Thursday, October 17, 2013

Why Change Management Research Fails, Part 1

Too Much Focus Blinds

All Personality ... No Context

Researching "change" is problematic because of (a) how researchers frame the construct, and (b) the methodological restrictions relating to that frame.  Sound confusing?  It is.  Let me break it down for you with a D2 metaphor.  (D2 is downriver Detroit ... where I grew up ... value of keeping things simple)

Food as a metaphor for change

Do you like food?  "Well," you may say, "that depends on:

  • what type of food it is, 
  • who prepared the food, 
  • the way in which they prepared it, and finally 
  • how it tastes and feels once I'm done eating it."

Isn't organizational change the same way?  Whether or not we "like" the change depends on

  1. the type of change it is
  2. who is in control of the change
  3. the way those change leaders exert that control (power)
  4. my personal experience of the change
  5. how we (me and the organization) end up (better off/worse off)

R2C researcher Shaul Oreg calls these variables context.  The challenge for scholarly researchers like Oreg is that they need to reduce every variable down to one and control for all other variables.  While personality can contribute to a person's likely response to change, it is just ONE factor, not the only factor.

Cheese Killed My Change


Who Moved My Cheese? is a great example of the oversimplification problem associated with change research.  Does Johnson explain that some mice didn't think anyone moved their cheese, or did he focus on the mice with certain personality types?  No ... to complex.  Personality gets all the headlines while context is ignored.

Personality gets all the headlines
while context is ignored.

Assuming that personality is the primary driver for change behavior is like asking, "do you resist food?"  My answer is, "not usually, but I do have bad memories of foods that make me sick." (i.e. raw vegetables in Cabo San Lucas were poisonous to me as a teen).  Other people have food allergies.

Wrong Question

Instead of "do you resist food?"

Try "are you resisting __________"
i.e. Giordano's Pizza in Chicago

(the type of food, who prepares it, and how I like it)

Personal note - I wish I could resist Giordano's … not good for my waste line!

Smart Researchers Get It

In an awesome article, Oreg, Vakola & Armenakis define 5 different variables that cause an individual's response to a particular organizational change:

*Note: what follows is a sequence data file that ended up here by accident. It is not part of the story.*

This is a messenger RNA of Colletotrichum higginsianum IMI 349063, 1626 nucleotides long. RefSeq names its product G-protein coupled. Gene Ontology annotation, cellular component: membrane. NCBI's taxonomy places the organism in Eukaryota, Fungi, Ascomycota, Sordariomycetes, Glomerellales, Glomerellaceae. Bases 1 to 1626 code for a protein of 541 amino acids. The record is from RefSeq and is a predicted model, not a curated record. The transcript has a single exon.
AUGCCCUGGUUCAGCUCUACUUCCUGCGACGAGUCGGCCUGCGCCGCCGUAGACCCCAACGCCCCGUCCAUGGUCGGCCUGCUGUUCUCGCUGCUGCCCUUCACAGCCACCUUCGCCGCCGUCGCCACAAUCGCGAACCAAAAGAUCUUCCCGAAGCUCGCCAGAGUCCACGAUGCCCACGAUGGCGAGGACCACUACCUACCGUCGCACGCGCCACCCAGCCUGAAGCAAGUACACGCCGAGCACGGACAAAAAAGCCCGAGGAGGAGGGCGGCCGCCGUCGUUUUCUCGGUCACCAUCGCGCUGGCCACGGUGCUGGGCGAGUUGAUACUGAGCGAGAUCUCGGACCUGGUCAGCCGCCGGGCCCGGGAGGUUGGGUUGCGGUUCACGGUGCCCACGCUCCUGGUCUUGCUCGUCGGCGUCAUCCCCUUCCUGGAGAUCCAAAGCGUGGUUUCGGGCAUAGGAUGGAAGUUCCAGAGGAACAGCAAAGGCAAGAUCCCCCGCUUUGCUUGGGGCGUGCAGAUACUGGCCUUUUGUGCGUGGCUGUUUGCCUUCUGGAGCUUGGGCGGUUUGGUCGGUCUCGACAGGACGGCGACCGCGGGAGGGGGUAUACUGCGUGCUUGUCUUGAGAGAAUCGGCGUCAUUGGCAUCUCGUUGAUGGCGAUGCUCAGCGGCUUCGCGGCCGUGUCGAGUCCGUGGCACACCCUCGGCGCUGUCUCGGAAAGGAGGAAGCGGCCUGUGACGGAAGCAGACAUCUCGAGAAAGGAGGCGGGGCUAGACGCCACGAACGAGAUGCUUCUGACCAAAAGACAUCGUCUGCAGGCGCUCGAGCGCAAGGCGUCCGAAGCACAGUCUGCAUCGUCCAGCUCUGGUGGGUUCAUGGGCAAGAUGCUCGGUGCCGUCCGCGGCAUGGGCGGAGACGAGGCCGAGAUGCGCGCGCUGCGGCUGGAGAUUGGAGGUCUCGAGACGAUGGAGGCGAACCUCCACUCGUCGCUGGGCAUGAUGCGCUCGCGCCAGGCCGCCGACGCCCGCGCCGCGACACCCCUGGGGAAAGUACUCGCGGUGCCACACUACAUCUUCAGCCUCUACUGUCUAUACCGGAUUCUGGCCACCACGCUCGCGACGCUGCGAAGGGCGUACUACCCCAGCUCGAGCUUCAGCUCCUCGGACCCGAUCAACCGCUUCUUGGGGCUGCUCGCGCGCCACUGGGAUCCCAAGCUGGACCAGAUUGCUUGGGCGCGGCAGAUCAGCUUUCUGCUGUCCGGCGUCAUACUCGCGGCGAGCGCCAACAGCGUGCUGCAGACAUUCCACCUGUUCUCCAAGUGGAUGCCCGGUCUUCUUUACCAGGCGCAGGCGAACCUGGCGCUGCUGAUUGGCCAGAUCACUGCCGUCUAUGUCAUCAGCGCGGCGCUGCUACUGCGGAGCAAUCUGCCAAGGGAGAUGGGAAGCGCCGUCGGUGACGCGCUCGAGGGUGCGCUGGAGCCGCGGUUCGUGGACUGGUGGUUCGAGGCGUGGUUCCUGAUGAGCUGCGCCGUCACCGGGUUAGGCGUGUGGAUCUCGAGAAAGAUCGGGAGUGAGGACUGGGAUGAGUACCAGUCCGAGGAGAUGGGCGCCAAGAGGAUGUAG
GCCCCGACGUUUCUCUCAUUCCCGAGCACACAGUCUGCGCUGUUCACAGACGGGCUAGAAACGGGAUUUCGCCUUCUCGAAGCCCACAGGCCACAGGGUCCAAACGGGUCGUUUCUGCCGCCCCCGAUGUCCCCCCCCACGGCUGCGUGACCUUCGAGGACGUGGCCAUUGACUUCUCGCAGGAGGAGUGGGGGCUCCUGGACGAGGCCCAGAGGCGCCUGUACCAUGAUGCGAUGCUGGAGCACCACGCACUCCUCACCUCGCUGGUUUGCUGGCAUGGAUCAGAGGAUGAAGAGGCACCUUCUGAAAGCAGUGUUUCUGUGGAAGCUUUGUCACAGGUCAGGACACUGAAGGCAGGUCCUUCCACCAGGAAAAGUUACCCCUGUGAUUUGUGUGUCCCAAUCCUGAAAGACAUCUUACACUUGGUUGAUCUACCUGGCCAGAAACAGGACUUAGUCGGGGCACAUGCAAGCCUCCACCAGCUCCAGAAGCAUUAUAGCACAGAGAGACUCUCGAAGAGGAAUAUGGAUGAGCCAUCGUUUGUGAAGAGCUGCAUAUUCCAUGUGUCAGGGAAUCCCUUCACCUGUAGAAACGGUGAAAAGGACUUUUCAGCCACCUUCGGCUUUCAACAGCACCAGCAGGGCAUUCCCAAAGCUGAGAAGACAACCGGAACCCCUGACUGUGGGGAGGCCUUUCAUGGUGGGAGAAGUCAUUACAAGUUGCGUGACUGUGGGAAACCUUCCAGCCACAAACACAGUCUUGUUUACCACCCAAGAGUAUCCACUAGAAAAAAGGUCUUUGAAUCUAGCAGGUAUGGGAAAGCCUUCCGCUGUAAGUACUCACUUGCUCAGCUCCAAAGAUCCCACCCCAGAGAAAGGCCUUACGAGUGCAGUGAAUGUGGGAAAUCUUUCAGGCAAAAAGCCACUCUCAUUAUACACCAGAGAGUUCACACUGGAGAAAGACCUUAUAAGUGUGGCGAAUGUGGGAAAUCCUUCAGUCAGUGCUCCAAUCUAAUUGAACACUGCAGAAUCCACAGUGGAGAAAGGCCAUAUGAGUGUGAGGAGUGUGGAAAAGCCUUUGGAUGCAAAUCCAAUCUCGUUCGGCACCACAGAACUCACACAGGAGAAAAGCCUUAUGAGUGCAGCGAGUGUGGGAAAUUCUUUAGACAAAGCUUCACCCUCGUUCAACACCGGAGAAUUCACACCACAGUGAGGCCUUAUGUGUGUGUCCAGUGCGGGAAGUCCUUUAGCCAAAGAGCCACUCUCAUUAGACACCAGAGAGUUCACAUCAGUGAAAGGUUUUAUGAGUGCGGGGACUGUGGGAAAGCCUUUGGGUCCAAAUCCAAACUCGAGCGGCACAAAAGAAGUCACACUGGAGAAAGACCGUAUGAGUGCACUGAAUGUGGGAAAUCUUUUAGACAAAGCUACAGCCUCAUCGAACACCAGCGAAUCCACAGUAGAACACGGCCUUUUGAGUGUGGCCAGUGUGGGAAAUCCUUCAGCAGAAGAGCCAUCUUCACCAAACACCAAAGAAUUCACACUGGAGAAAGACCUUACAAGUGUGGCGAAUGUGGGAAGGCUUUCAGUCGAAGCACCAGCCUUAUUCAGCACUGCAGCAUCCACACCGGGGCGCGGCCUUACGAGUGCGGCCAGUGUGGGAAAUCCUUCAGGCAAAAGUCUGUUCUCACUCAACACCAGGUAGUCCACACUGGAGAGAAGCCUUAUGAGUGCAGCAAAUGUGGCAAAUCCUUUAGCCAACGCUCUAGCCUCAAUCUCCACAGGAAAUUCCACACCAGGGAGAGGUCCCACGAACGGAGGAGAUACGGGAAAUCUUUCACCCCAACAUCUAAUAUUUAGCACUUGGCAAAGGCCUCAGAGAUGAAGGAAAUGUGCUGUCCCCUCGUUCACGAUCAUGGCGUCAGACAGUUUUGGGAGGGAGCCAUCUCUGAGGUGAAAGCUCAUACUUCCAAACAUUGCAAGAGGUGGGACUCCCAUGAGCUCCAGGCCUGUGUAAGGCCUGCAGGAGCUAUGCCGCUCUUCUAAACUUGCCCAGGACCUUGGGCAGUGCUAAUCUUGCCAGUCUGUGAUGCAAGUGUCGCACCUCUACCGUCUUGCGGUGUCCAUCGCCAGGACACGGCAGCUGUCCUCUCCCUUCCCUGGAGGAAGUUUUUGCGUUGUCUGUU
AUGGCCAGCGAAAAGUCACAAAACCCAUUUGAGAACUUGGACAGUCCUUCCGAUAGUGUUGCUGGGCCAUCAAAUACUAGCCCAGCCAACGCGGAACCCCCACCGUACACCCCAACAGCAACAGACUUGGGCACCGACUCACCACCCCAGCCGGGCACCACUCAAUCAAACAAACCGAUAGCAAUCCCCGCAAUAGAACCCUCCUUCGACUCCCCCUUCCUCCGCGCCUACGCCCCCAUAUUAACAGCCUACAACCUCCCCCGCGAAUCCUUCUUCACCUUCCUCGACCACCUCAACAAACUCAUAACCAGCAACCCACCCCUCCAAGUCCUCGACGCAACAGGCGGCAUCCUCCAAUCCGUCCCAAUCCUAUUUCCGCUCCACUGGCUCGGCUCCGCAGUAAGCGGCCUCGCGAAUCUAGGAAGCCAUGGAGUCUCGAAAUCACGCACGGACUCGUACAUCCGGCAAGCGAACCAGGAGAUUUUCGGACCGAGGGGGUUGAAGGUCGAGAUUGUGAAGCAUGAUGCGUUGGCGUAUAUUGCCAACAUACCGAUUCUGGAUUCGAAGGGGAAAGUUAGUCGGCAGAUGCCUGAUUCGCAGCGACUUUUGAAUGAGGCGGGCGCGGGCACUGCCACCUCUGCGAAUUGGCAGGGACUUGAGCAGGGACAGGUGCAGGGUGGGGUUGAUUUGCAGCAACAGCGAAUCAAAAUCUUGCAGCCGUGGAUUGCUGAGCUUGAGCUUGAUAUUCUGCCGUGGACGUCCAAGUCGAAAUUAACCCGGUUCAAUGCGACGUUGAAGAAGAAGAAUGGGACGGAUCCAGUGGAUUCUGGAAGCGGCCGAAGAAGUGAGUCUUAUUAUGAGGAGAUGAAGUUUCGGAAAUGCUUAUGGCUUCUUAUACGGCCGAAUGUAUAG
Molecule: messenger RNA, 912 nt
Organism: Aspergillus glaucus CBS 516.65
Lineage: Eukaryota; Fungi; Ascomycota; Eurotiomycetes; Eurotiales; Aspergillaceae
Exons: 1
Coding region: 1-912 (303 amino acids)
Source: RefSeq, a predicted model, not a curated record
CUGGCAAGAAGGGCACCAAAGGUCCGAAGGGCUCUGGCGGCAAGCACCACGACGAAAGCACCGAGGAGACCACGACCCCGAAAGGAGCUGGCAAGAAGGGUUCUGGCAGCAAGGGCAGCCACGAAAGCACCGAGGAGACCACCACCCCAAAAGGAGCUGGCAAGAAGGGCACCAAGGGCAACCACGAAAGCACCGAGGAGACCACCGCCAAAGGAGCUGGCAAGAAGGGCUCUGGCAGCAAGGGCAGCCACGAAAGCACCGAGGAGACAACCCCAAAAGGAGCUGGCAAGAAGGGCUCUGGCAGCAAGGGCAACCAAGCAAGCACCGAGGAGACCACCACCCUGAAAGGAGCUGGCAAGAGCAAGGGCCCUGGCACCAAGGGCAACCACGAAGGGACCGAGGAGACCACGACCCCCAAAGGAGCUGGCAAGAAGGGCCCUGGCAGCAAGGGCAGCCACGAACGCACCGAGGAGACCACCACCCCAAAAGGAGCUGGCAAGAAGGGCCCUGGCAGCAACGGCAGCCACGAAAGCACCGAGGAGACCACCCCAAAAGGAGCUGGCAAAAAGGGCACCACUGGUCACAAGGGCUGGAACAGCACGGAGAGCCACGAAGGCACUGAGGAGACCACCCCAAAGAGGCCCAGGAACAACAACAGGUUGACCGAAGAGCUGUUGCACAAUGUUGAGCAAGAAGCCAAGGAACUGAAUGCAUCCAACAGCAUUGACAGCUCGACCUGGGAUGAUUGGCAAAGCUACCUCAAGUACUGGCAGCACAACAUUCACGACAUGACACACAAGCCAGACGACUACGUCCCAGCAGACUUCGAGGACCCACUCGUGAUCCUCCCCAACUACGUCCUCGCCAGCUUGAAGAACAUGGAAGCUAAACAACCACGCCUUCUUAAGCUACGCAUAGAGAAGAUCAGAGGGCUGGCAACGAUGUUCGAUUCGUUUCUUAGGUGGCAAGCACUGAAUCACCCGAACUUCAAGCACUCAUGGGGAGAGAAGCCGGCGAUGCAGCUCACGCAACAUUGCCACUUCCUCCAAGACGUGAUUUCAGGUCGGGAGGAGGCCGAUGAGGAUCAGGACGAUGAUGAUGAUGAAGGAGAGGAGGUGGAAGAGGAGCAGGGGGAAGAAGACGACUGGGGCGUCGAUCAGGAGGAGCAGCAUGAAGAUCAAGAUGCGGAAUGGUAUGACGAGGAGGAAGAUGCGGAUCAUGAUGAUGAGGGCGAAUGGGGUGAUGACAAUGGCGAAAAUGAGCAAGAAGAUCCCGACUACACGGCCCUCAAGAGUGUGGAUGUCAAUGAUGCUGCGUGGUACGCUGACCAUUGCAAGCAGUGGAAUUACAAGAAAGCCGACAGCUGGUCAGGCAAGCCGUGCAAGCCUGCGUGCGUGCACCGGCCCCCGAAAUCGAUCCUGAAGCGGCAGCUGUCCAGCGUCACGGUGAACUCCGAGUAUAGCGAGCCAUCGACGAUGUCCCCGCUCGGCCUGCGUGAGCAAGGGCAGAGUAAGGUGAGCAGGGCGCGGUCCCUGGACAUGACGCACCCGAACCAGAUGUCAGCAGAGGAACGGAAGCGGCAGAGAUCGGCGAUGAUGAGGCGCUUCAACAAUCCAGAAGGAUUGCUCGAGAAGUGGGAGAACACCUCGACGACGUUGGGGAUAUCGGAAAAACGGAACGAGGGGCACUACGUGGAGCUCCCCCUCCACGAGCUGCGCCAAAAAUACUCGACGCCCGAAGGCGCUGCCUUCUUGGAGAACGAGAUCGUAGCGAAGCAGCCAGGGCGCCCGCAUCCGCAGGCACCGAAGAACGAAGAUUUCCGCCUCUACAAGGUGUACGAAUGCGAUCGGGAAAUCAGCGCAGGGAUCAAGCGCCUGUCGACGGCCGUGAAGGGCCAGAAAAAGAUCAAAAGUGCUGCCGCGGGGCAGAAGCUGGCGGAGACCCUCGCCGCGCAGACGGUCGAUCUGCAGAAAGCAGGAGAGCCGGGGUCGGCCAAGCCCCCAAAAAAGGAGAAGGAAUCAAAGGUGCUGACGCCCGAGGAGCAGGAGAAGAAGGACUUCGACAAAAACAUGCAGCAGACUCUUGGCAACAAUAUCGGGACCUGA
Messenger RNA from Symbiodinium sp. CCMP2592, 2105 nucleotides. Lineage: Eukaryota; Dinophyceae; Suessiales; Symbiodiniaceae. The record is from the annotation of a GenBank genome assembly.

1.  Change recipient characteristics (personality),
2.  Internal context (culture),
3.  Change process,
4.  Perceived harm/benefit
5.  Change content

Fortunately, Shaul Oreg is smart enough to explain when he is focusing on personality.  Here are some examples of valid questions from his work in 2003:

One-dimensional perspective

  1. I generally consider changes to be a negative thing.
  2. I'll take a routine day over a day full of unexpected events any time.
  3. I like to do the same old things rather than try new and different ones.
  4. Whenever my life forms a stable routine, I look for ways to change it.
  5. Changing plans seems like a real hassle to me.
  6. I often change my mind.

And … Shaul Oreg is also smart enough to explain when he is focusing on multiple dimensions.  Here are some examples of valid questions from his work in 2006:

Multi-dimensional perspective

  1. I had a bad feeling about the change
  2. The change made me upset
  3. I complained about the change to my colleagues
  4. I presented my objections regarding the change to management
  5. I believed that the change would harm the way things are done in the organization
  6. I believed that the change would make my job harder
  7. I believed that the change would benefit the organization
  8. I believed that I could personally benefit from the change

The challenge is that the researcher needs to define (bound) the change.  By defining the change, the researcher limits the amount of people he or she can send the survey to.  Researching a particular change, rather than change in a general sense, is not without its own set of challenges, but that is for another post.

Oreg also published multi-dimensional perspective questions back in 2003.  It is just a research choice point … and I get that.  It's OK for researchers to block out variables, but not OK for change leaders.

We actually have a visual for change leaders who want to use the one-dimensional perspective to view individual responses to organizational change …


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